Since being elevated to DOCG status, Chianti's quality has increased while volume has declined. The binding force remains Sangiovese, used to make all of the classified wines. Although several other varietals including Canaiolo, Colorino, Cabernet and Mammolo are blended in (with occasional traces of the white grapes Trebbiano and Malvasia), emphasis is always on Sangiovese (minimum 75%) with each producer dictating a proprietary style. In which ever form one finds it, Chianti is the most widely sold of Italy's classified wines and it reflects the soil and climate of the distinct sub zones in which it is made as well as the individuality of the producers.
Cult wines known as "Super Tuscans" developed from the late 1960's and early '70's. During this time, consumer market for Chianti wines was suffering and the wines were widely perceived to be lacking quality. Many Tuscan producers thought they could create better quality wines if they were not hindered by DOC regulations. Starting with Sassacaia, which introduced the unorthodox use of Cabernet Sauvignon grapes grown in the Bolgheri area and Bordeaux vinification, early Super Tuscans were firstly semi-experimental diversions. At least until some startling results from such Sangiovese-Caberent blends as Tignanello from Antinori were realised. The 'Super Tuscan' category itself is unofficial and not recognized by the Italian wine classification system. Instead they are classified as 'Tuscany IGT'. This has not stopped the trend of creating high quality non-DOC wines spreading to other areas of Tuscany and beyond, to areas such as Piedmont and Veneto.
Apart from Chianti and its 'super' cousin, the second brightest star in the Tuscan firmament is Brunello di Montalcino, made south of Siena, around the village of Montalcino. The quality of these reds has been attributed to what some consider to be a superior clone of Sangiovese, (the 'Sangiovese Grosso' that Ferruccio Biondi Santi isolated in his "Il Greppo" vineyard back in the 1880's), however the warmer, drier climate of the area (as opposed to Chianti) ensures that Sangiovese reaches its maximum ripeness here, resulting in fuller, richer wines than anywhere else in Tuscany with atypical alcohol levels that frequently reach 14% Alc./Vol plus. Many Brunellos still tend to be very tight and tannic in their youth, needing at least a decade or two before they start to soften. Not surprisingly, these wines are required to be aged for at least four years prior to being released, with riserva wines needing five years. The recent introduction of "Rosso di Montalcino" offers a wine of similar pedigree but with less time in oak, forcing the fruit notes to the forefront to offer a style that is more approachable in its youth.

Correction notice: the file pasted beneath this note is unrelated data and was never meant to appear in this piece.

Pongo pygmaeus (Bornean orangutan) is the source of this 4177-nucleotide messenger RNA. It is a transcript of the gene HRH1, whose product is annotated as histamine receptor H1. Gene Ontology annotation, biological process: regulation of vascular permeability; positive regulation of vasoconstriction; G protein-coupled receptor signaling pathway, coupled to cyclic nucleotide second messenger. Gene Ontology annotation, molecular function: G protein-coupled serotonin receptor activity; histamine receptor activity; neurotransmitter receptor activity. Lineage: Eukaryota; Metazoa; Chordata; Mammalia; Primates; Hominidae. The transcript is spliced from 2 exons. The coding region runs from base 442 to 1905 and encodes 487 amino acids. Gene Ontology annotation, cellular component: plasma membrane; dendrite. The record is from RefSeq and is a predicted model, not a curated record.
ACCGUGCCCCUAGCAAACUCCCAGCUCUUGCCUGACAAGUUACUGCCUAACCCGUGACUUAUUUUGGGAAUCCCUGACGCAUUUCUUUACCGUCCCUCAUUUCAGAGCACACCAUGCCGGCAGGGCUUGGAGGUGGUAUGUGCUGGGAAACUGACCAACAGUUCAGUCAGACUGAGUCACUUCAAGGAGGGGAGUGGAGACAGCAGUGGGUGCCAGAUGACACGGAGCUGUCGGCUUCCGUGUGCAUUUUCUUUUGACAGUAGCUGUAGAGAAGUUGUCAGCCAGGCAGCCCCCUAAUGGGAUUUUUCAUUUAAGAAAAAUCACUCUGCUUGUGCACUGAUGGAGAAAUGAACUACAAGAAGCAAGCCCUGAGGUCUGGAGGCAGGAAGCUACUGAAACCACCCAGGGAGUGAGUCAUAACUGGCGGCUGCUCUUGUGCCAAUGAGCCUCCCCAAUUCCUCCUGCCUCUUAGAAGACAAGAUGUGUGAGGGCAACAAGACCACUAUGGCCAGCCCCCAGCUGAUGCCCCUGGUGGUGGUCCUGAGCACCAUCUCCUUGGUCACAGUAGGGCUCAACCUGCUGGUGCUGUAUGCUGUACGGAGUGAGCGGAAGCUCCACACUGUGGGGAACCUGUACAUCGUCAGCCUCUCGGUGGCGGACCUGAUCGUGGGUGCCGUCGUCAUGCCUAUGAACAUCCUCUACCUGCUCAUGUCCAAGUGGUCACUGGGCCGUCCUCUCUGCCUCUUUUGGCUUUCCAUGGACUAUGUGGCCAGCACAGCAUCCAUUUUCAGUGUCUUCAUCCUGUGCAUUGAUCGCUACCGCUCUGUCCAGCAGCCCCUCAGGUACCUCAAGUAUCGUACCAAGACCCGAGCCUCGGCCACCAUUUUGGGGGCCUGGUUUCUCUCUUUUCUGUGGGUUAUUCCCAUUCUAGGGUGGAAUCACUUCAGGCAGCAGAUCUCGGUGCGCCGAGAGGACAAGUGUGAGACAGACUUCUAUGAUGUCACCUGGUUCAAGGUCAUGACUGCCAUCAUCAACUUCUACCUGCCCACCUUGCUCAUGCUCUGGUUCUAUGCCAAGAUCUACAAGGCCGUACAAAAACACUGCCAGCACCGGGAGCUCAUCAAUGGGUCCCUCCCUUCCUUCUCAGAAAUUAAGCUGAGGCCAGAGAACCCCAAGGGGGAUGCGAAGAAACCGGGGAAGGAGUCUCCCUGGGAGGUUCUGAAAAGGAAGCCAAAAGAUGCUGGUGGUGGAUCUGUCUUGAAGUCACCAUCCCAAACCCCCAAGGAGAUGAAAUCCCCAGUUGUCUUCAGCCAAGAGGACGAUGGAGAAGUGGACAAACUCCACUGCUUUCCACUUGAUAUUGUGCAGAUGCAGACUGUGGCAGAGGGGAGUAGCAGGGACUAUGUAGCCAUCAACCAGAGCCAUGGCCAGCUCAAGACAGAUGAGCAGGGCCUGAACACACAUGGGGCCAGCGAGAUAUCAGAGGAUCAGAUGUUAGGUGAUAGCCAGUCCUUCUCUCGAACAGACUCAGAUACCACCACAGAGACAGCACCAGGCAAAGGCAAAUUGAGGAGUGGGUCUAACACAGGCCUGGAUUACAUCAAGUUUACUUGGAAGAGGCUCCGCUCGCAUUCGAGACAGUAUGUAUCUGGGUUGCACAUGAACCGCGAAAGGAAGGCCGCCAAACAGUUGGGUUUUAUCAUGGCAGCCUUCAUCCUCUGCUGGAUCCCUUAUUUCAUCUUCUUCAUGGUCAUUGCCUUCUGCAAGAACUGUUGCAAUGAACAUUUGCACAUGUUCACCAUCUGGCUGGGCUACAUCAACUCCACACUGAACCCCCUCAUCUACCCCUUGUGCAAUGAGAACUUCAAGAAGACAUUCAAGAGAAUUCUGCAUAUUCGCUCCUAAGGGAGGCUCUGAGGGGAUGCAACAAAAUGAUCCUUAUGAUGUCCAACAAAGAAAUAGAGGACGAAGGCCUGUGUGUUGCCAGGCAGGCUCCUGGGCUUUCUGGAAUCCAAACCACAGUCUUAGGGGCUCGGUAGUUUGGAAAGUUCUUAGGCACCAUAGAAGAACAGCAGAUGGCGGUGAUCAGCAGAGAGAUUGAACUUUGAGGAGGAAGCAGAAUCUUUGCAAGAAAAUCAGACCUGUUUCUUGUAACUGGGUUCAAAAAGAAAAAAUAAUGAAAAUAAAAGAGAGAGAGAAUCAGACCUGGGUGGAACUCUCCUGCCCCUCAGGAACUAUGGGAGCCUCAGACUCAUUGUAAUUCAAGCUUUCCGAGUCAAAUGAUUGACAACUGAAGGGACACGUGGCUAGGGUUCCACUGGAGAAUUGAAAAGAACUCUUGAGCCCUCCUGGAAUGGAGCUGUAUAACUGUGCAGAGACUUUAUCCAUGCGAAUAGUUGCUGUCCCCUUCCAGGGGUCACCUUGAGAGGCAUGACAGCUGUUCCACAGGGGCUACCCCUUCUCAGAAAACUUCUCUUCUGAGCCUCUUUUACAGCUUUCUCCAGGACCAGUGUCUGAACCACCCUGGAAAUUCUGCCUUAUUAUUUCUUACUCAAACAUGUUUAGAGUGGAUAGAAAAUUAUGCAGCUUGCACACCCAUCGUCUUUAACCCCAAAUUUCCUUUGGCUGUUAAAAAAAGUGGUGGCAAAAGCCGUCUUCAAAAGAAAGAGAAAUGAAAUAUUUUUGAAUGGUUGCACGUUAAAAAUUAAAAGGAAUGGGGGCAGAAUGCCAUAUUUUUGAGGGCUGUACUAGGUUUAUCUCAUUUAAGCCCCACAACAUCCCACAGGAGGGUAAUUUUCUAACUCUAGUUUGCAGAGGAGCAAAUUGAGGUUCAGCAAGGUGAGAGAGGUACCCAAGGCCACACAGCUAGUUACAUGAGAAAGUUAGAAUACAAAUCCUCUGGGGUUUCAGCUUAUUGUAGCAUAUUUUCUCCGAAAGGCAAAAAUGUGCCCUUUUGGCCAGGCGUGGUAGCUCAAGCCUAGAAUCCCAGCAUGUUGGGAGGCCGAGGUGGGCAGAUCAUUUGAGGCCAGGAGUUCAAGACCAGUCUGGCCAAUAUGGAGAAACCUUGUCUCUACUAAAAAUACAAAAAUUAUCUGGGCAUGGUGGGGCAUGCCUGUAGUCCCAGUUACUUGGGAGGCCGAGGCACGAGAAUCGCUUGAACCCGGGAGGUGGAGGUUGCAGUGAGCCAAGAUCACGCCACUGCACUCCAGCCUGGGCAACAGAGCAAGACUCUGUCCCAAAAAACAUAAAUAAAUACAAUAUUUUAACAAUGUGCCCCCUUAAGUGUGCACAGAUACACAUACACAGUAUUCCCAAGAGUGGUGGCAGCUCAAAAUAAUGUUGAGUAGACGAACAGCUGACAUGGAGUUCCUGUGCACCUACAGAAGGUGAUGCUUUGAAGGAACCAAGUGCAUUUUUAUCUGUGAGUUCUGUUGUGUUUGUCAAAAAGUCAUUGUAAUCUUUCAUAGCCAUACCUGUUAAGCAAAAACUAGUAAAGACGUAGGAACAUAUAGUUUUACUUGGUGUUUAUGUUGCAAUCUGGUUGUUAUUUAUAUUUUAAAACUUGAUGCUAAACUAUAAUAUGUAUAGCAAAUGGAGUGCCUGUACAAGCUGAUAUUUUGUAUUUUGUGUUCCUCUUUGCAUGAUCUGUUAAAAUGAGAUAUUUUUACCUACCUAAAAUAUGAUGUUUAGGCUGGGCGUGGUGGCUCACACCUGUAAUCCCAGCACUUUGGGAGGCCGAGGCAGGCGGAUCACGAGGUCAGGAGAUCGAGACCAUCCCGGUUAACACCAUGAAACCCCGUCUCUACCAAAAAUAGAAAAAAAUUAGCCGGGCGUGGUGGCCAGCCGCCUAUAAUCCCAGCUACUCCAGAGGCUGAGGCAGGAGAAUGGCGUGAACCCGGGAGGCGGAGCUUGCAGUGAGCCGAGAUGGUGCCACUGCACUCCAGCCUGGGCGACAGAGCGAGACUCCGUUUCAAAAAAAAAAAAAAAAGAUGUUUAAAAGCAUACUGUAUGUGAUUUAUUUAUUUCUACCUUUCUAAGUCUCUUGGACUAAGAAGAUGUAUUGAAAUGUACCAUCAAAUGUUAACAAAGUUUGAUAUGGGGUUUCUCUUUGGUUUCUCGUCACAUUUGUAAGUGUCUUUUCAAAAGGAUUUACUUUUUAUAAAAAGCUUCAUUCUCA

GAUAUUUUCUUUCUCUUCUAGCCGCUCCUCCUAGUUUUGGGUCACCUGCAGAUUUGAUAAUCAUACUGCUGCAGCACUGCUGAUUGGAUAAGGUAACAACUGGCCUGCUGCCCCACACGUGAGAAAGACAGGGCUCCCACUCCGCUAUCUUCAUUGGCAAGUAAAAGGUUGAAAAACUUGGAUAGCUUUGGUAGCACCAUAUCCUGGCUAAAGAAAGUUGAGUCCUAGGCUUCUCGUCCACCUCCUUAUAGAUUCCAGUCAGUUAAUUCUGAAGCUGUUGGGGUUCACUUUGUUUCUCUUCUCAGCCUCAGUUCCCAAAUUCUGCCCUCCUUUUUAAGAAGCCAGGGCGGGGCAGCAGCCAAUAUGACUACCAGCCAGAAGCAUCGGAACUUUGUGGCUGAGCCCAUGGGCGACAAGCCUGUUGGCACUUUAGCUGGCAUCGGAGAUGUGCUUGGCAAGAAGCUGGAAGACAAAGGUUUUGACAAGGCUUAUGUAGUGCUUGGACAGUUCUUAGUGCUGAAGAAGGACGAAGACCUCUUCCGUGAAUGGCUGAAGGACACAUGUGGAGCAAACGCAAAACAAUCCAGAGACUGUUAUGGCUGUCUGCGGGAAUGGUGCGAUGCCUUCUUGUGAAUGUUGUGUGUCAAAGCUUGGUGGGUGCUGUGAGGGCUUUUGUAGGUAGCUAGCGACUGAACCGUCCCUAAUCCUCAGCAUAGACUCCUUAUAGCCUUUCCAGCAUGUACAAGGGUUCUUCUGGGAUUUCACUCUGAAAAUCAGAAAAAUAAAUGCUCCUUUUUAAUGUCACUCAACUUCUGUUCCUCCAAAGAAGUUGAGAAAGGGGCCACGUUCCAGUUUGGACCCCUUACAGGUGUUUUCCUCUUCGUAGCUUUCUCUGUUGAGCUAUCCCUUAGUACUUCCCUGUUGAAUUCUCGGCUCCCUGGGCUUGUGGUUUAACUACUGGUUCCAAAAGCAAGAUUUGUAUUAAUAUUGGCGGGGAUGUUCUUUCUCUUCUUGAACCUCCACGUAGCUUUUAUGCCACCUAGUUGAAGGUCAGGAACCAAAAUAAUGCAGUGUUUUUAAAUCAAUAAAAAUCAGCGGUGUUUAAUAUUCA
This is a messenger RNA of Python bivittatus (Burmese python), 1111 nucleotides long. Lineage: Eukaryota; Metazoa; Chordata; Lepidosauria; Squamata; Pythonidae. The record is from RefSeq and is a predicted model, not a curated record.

Brunello de Montalcino (left) can be particularly expensive. Chardonnay from Tuscany is also becoming common.
Such 'international' varietals are being widely planted throughout Italy.
Similar to Chianti is Vino Nobile di Montepulciano, a wine that has been produced for centuries by the nobility of the area with a DOCG covering the red wine of the Montepulciano area. Located in the southeastern region of Tuscany, the climate here is strongly influenced by the sea. The variety of Sangiovese planted is known as 'Prugnolo Gentile' and is required to account for at least 80% of the blends. Traditionally Canaiolo and Mammolo makes ups the remainder, but some producers have begun experimenting with Cabernet Sauvignon and Merlot. Vino Nobile di Montepulciano must be aged for a minimum of two years before release. Another robust red made in the area is the ancient Carmignano (also now DOCG). This wine is very similar in style and grape composition to Chianti, and was the first Tuscan red permitted to employ up to 10% Cabernet in its blend.
Among the notable Tuscan whites, Vernaccia di San Gimignano made from the Vernaccia grape now enjoys DOCG status. This fresh, slightly acid, golden yellow wine with a deep bouquet is named after the mediaeval town of San Gimignano, famous for its majestic towers. More recently, some producers have experimented with aging and/or fermenting the wine in oak barrels in order to give the wine a sense of creaminess or toastiness. Another white comes from near Pisa, Bianco Pisano di San Torpe, which is fresh and fruity. The large island of Elba, to which Napolean Bonaparte was exiled, 20 kilometres from the coastal town of Piombino, also produces two wines by the same name, one white and one red.
Finally, no profile of Tuscan viniculture would be complete without mentioning 'Vin Santo' - Tuscany's famous "holy wine". This lush, amber-coloured nectar is made from hand selected Malvasia and/or Trebbiano grapes which are left to dry in an airy place until the start of Holy Week. This step increases sugar concentration in the fruit prior to pressing. Vin Santo is always consumed after a meal, traditionally served with the local almond biscuits, but also works well with cheese, pastry or Christmas pudding, with the wine generally exhibiting nutty overtones, complimented by rich apricot and dried fruit notes.
Tuscan wines have never been in doubt and although Chianti may have had its ups and downs, the local wine industry seems guaranteed to only get better.